–Almost all of the comments veered completely off topic, seemingly without realizing it. In a conversation about whether or not Mr. Holmes and Mr. Lanza or the companies they worked for were on a witness list to testify before the Senate Finance Committee about the LIBOR scandal and that their sons were turned into Manchurian candidates in order to scare them off, we ended up discussing all sorts of things that had nothing to do with the topic. Senate Banking Committee hearings, fines given to other companies, testimony given by people not Mr. Holmes or Mr. Lanza, testimony from companies not FICO or GE. This is what I call the greater spitwad argument, wherein people will toss out anything they think is relevant in the hopes that one of the wads sticks.
One entry about one conspiracy theory and it was like a role call of bad thought and logical fallacies. It may seem pedantic to some, but there are basic rules of engagement one should follow when making an extraordinary claim. The logical fallacies and bad arguments I invoked above are not obscure, finicky ways of dismissing claims. They are at the heart of the poor reasoning and deduction that go into making conspiracy theory and supernatural claims and they were offered without a second thought as to how they destroyed the validity of the argument those people wanted to make.
But even that wasn’t enough to make me nag my husband to create this site for me. I was pushed over the edge last Monday, when two bombs went off during the Boston marathon.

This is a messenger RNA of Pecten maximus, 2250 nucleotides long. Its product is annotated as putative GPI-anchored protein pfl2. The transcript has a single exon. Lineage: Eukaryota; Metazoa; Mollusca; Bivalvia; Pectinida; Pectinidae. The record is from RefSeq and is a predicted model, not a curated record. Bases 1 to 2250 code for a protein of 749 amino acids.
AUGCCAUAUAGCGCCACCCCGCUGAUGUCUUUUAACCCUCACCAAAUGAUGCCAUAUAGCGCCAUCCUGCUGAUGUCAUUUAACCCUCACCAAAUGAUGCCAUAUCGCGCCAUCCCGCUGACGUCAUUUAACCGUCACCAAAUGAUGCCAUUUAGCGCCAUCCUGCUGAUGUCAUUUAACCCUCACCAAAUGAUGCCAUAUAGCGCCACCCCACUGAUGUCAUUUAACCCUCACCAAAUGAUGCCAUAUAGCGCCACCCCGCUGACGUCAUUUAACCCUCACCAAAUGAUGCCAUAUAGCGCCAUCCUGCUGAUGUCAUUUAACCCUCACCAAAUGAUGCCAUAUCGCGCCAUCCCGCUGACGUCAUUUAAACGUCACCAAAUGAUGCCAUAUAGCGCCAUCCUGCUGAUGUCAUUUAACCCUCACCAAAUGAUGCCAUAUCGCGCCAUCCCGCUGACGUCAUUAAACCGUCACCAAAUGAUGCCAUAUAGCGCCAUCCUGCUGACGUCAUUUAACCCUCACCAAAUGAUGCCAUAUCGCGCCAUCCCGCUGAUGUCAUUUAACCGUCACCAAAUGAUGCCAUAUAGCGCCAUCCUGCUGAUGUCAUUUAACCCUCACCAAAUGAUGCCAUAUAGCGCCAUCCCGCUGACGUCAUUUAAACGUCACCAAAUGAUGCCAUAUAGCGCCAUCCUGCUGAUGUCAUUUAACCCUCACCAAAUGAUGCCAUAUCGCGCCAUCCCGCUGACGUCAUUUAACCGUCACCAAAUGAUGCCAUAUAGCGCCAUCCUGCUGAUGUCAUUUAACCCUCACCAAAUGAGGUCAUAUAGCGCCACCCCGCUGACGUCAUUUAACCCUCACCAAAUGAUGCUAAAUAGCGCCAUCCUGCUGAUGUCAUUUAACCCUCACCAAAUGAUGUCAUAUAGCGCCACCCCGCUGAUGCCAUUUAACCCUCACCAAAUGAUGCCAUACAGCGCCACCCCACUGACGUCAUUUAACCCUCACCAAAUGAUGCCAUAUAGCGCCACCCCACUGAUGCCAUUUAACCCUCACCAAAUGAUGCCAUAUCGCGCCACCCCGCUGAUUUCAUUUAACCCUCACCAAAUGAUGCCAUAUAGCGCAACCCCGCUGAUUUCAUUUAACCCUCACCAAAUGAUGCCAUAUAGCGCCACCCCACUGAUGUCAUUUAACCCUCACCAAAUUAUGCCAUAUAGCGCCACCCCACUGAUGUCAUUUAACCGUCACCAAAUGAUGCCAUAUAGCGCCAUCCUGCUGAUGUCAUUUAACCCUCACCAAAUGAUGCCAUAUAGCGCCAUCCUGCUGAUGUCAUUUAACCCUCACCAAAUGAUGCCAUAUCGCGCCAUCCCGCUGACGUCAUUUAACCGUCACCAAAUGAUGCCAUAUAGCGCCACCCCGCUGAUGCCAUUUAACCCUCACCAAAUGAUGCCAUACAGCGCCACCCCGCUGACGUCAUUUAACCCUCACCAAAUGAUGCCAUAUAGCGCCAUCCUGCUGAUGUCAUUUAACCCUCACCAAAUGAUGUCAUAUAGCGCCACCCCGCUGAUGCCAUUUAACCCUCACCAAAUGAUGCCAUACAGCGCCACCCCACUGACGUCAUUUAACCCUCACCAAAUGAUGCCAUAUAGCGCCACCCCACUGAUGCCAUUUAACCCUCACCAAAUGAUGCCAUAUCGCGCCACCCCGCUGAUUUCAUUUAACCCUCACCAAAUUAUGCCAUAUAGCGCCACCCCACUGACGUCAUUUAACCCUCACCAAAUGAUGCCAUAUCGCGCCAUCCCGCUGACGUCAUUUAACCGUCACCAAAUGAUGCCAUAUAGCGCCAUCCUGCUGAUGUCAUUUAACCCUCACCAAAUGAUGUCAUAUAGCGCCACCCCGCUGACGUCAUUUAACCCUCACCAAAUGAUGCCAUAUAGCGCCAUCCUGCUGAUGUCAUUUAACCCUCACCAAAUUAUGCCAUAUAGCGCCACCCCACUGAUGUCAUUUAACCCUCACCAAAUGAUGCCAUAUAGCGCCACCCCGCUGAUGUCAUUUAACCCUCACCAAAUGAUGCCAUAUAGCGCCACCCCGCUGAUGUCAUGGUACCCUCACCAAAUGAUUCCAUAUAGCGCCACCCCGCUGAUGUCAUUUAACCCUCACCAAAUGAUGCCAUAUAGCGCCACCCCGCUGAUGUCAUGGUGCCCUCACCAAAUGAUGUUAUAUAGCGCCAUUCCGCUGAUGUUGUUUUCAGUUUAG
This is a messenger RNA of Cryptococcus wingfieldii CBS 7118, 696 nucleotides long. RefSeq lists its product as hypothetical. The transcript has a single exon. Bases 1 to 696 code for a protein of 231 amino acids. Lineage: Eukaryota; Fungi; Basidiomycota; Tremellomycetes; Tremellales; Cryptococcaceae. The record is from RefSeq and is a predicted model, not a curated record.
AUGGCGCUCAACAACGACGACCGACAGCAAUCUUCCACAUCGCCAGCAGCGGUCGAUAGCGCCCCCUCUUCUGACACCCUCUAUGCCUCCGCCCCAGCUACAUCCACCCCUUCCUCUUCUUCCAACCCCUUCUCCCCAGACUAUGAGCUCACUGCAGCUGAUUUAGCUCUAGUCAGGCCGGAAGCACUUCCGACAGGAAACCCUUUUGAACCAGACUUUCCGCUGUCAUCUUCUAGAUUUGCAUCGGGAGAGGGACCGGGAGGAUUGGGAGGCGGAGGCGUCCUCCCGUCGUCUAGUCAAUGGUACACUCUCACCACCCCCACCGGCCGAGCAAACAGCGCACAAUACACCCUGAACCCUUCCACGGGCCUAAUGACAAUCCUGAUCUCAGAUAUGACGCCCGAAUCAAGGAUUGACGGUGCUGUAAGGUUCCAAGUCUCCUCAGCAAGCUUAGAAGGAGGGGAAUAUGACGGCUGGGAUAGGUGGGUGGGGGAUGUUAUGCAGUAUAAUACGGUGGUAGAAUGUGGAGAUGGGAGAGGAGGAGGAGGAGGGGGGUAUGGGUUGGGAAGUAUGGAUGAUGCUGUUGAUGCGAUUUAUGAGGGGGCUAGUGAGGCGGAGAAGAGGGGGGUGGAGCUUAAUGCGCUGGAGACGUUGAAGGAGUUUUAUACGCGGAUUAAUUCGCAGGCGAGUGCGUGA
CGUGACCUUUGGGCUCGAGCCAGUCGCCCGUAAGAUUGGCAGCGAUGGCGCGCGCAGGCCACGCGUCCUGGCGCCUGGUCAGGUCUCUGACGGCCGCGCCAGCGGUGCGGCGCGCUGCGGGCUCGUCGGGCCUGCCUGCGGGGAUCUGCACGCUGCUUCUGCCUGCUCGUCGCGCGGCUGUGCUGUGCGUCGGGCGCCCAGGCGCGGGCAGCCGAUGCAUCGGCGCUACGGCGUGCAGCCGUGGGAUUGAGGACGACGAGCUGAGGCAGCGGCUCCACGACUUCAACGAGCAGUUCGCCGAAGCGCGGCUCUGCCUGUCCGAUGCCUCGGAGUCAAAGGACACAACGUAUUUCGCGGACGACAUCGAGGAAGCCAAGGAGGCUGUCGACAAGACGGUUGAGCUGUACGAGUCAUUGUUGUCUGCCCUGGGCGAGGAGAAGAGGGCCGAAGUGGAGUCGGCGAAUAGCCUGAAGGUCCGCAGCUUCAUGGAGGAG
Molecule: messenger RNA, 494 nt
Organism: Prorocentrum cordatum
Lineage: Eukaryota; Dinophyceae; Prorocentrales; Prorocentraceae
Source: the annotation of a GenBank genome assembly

Within an hour of the bombings, online people were already speculating wildly, without an ounce of evidence, that the Tea Party was responsible. Then Alex Jones invoked false flag and we were off to the conspiratorial races. Before long the mainstream press was dragging the names of innocent people through the mud, making accusations against them based on chatter heard on police radio. In fact, as the mainstream media descended into the sort of sewer reporting common to Infowars, or perhaps following the lead of Infowars, a missing student from Brown University was accused of being Suspect #2, even though he bears only a ballpark resemblance to the suspect (hair length, mole position, and basic facial bone structure made it clear the missing student was not Suspect #2), his face was published on the front of the New York Post, may they be sued until only lint is left in their pockets. The subsequent furor caused the missing student’s family no small amount of pain and forced them to remove social media sites they used to get the word out about their missing loved one.
Another young man who wasn’t even in Boston during the bombing was dragged into this, a young man I will call Mike. Mike was identified by several sources as being Suspect #1, who was killed early Friday morning. There were several people online with that name, but for some reason some people found a twitter feed of a 15-year-old Ethiopian national living in the UK, and insisted he was the bomber. This accusation appeared in many places online, even as saner voices begged for the name to be removed, that it was manifestly impossible that an Ethiopian teenager residing in Europe could be the bombing suspect. I was on my cellphone, reading as this happened, and lack screen shots but I will be revisiting this later in my first real entry here because this is at the heart of conspiracy theory – an inability to change one’s mind even as mountains of evidence are presented that disprove a theory. As of late Friday, Alex Jones’ Infowars was still claiming that Suspect #2 was the missing Brown student.